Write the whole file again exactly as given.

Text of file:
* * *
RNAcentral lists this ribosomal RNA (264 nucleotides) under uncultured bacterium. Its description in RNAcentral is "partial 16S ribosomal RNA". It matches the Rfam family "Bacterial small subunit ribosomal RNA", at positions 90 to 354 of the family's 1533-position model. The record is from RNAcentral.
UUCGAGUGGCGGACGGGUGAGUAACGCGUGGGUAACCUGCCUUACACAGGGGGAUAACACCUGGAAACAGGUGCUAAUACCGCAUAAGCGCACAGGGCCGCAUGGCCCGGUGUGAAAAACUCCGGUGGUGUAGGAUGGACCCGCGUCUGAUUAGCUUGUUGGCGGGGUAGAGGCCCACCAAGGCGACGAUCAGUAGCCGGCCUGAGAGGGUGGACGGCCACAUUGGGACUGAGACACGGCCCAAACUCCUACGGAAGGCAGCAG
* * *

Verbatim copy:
RNAcentral lists this ribosomal RNA (264 nucleotides) under uncultured bacterium. Its description in RNAcentral is "partial 16S ribosomal RNA". It matches the Rfam family "Bacterial small subunit ribosomal RNA", at positions 90 to 354 of the family's 1533-position model. The record is from RNAcentral.
UUCGAGUGGCGGACGGGUGAGUAACGCGUGGGUAACCUGCCUUACACAGGGGGAUAACACCUGGAAACAGGUGCUAAUACCGCAUAAGCGCACAGGGCCGCAUGGCCCGGUGUGAAAAACUCCGGUGGUGUAGGAUGGACCCGCGUCUGAUUAGCUUGUUGGCGGGGUAGAGGCCCACCAAGGCGACGAUCAGUAGCCGGCCUGAGAGGGUGGACGGCCACAUUGGGACUGAGACACGGCCCAAACUCCUACGGAAGGCAGCAG